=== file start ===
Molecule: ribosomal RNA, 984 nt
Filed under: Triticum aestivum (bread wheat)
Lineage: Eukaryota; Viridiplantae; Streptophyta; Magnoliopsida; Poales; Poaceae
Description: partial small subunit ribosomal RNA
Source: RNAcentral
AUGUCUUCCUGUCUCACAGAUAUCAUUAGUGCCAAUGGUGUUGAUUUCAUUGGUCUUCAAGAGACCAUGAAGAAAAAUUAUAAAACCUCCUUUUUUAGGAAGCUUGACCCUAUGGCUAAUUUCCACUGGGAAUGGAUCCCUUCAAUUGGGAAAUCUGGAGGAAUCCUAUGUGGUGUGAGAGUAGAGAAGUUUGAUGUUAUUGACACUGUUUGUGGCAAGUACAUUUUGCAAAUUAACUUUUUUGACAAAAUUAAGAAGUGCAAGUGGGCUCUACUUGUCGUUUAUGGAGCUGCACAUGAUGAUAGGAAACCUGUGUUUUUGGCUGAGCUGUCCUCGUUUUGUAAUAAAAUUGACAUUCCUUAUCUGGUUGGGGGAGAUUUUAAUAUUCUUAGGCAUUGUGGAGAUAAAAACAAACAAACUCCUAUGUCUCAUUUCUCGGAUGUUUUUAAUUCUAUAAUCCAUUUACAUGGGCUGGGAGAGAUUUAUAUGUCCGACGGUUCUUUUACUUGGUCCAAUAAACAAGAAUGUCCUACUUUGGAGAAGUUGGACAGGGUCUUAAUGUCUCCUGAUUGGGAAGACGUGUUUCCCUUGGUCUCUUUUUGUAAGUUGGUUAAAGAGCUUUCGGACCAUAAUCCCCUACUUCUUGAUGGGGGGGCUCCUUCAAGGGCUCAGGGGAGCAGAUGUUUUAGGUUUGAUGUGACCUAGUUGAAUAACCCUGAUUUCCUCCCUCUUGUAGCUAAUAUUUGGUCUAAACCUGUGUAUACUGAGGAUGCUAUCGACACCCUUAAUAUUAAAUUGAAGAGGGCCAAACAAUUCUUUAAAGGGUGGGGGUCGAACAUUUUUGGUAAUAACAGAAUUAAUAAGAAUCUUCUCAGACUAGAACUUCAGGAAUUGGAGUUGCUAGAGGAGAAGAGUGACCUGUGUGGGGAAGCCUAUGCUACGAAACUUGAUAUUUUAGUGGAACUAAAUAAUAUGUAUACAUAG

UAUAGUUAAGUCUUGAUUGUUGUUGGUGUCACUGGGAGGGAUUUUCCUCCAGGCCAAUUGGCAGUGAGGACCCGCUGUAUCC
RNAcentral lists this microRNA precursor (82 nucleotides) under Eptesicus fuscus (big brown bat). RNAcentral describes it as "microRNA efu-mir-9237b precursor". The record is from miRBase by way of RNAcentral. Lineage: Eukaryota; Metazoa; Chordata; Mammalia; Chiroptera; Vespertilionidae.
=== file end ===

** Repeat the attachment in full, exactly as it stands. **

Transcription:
Molecule: ribosomal RNA, 984 nt
Filed under: Triticum aestivum (bread wheat)
Lineage: Eukaryota; Viridiplantae; Streptophyta; Magnoliopsida; Poales; Poaceae
Description: partial small subunit ribosomal RNA
Source: RNAcentral
AUGUCUUCCUGUCUCACAGAUAUCAUUAGUGCCAAUGGUGUUGAUUUCAUUGGUCUUCAAGAGACCAUGAAGAAAAAUUAUAAAACCUCCUUUUUUAGGAAGCUUGACCCUAUGGCUAAUUUCCACUGGGAAUGGAUCCCUUCAAUUGGGAAAUCUGGAGGAAUCCUAUGUGGUGUGAGAGUAGAGAAGUUUGAUGUUAUUGACACUGUUUGUGGCAAGUACAUUUUGCAAAUUAACUUUUUUGACAAAAUUAAGAAGUGCAAGUGGGCUCUACUUGUCGUUUAUGGAGCUGCACAUGAUGAUAGGAAACCUGUGUUUUUGGCUGAGCUGUCCUCGUUUUGUAAUAAAAUUGACAUUCCUUAUCUGGUUGGGGGAGAUUUUAAUAUUCUUAGGCAUUGUGGAGAUAAAAACAAACAAACUCCUAUGUCUCAUUUCUCGGAUGUUUUUAAUUCUAUAAUCCAUUUACAUGGGCUGGGAGAGAUUUAUAUGUCCGACGGUUCUUUUACUUGGUCCAAUAAACAAGAAUGUCCUACUUUGGAGAAGUUGGACAGGGUCUUAAUGUCUCCUGAUUGGGAAGACGUGUUUCCCUUGGUCUCUUUUUGUAAGUUGGUUAAAGAGCUUUCGGACCAUAAUCCCCUACUUCUUGAUGGGGGGGCUCCUUCAAGGGCUCAGGGGAGCAGAUGUUUUAGGUUUGAUGUGACCUAGUUGAAUAACCCUGAUUUCCUCCCUCUUGUAGCUAAUAUUUGGUCUAAACCUGUGUAUACUGAGGAUGCUAUCGACACCCUUAAUAUUAAAUUGAAGAGGGCCAAACAAUUCUUUAAAGGGUGGGGGUCGAACAUUUUUGGUAAUAACAGAAUUAAUAAGAAUCUUCUCAGACUAGAACUUCAGGAAUUGGAGUUGCUAGAGGAGAAGAGUGACCUGUGUGGGGAAGCCUAUGCUACGAAACUUGAUAUUUUAGUGGAACUAAAUAAUAUGUAUACAUAG

UAUAGUUAAGUCUUGAUUGUUGUUGGUGUCACUGGGAGGGAUUUUCCUCCAGGCCAAUUGGCAGUGAGGACCCGCUGUAUCC
RNAcentral lists this microRNA precursor (82 nucleotides) under Eptesicus fuscus (big brown bat). RNAcentral describes it as "microRNA efu-mir-9237b precursor". The record is from miRBase by way of RNAcentral. Lineage: Eukaryota; Metazoa; Chordata; Mammalia; Chiroptera; Vespertilionidae.